What it is and where it is
Campli is a town with approximately 7,000 inhabitants and is situated on a plateau, at an altitude of 400 meters, in the so-called "District of the Two Kingdoms," between the valleys of the Siccagno and Fiumicino streams. Since 2018, it has been included in the club of the most beautiful villages in Italy. In fact, despite having suffered damage to the historic center due to the earthquakes that have struck Central Italy on several occasions over the past decade, Campli has become one of the towns that symbolize resilience to seismic events.
Why it is special
Campli, in addition to being surrounded by a fascinating landscape, is special because of its incredible historical and architectural stratification. In fact, in some ways it has retained the classic appearance of medieval mercantile villages, as evidenced by the arcaded buildings in the historic center, dating back to the 14th century. Other palaces, such as the Casa del Farmacista and the Casa del Medico, retain architectural and decorative elements typical of the 16th century. Not to mention the National Archaeological Museum, which collects some examples of grave goods from the Petruzi (the ancient inhabitants of the current province of Teramo) found in the nearby Campovalano Necropolis.
Not to be missed
Campli is a village that has to offer numerous experiences in all seasons of the year. The most frequent is that of theancient Sunday market. From 8 a.m. to 1 p.m. takes place what has been a true local institution since 1293. You can stroll around Piazza Vittorio Emanuele and through the streets of the center peeking at the many stalls and tasting local cheeses, honey and jams and, above all, Campli's typical porchetta italica.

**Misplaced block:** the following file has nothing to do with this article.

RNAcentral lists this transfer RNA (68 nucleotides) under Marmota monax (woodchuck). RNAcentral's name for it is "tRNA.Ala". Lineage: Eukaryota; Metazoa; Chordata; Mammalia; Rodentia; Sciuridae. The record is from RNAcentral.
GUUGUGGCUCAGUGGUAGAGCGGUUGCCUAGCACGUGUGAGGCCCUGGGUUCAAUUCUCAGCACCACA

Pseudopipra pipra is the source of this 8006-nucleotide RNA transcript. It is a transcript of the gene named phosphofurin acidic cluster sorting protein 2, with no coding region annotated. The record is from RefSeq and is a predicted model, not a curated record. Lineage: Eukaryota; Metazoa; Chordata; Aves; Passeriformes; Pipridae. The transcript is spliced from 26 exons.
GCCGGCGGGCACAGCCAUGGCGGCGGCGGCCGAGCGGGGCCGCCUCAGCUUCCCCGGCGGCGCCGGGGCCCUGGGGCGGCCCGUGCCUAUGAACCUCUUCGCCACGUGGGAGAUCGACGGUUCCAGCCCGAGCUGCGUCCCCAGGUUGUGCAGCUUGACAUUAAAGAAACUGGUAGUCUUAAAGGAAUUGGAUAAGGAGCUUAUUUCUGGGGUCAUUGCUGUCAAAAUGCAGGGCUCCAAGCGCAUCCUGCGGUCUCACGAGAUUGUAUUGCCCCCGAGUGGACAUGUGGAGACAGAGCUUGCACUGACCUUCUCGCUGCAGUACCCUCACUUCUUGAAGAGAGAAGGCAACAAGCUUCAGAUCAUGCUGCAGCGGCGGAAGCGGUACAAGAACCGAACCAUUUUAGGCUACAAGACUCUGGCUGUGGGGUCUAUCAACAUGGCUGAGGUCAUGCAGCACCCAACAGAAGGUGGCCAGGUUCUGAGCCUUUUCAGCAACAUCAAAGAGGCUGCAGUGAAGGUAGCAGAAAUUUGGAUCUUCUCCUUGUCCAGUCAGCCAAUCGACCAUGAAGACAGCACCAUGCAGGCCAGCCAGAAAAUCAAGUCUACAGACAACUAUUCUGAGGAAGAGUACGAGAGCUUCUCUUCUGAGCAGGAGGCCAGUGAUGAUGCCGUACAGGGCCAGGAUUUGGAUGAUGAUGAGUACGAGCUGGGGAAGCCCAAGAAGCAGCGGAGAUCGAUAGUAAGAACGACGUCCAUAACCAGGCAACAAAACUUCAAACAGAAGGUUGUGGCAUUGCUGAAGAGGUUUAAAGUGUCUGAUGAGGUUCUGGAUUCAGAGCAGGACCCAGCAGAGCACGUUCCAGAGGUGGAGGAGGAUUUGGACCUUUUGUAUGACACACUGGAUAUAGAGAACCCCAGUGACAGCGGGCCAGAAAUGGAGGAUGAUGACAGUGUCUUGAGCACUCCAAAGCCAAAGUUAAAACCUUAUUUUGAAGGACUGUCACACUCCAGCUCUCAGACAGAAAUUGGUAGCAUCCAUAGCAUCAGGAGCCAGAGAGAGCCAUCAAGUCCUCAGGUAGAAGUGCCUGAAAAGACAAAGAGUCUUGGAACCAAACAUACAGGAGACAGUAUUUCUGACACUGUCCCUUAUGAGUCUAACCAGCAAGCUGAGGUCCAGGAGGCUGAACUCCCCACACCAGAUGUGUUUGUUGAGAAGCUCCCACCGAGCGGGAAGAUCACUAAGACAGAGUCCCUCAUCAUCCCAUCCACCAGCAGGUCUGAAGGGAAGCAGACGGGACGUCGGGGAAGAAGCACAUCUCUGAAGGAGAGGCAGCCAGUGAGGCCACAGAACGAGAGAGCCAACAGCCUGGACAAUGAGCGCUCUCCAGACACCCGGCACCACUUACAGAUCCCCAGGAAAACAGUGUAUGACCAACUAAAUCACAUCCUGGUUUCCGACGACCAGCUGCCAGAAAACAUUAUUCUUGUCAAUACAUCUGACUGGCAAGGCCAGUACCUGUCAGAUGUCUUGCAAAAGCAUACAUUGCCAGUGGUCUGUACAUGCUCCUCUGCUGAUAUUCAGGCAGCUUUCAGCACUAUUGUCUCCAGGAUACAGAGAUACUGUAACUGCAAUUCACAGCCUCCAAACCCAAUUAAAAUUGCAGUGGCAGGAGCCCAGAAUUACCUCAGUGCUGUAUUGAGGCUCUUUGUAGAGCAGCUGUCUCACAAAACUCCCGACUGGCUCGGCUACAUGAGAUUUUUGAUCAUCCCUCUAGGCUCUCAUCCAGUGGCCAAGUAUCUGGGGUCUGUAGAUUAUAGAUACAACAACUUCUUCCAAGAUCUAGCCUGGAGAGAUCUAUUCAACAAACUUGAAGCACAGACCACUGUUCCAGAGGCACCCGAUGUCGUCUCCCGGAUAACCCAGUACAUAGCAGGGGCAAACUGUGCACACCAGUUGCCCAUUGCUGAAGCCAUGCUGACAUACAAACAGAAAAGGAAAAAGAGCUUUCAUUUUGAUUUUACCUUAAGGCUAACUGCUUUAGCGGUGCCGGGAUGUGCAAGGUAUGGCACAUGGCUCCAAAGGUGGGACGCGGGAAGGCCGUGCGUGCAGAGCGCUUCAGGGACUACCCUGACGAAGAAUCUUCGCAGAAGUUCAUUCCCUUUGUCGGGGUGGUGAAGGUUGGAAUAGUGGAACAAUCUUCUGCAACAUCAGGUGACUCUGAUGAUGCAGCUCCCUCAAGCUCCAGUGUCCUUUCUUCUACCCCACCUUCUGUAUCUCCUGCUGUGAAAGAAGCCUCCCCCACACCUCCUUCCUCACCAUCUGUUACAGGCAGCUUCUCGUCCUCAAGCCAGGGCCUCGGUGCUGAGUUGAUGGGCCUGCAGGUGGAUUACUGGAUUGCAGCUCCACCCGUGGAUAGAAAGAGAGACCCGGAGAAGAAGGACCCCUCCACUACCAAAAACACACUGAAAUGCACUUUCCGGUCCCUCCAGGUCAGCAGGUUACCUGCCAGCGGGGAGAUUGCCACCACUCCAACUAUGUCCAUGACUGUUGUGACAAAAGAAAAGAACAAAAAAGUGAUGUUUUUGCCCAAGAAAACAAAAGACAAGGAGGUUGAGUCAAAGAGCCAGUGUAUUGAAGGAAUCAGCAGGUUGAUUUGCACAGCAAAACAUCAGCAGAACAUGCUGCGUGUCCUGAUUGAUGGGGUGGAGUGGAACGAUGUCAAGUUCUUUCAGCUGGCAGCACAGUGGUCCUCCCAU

A bit of history
As is often the case, the first evidence of the place name's existence appears in a document from 1078, a list of the possessions of Robert Count of Abruzzo. In truth, it is known that the Campli territory was inhabited since ancient times, a thesis supported by numerous findings discovered in the nearby Italic Necropolis of Campovalano and preserved today in the National Archaeological Museum. In 1520, it became a Farnesian fief, a dominion that lasted until 1734, when it then became a bishopric and diocese until 1818.
An art-historical speculation was conducted on the Holy Staircase, built in a part of the complex now known as St. Paul's Church. The building, with an exterior in poor style, houses in its interior the main staircase, consisting of twenty-eight steps made of olive wood. The greatest peculiarity, however, concerns the six canvases, three on each side, placed on the walls of the staircase. These, in fact, all present an irregular, almost trapezoidal shape. For two of the works, the bands for attaching them to the frame are also painted, which would indicate (if proven) that the canvases would have been adapted to the sanctuary by cutting them down to the trapezoidal shape.
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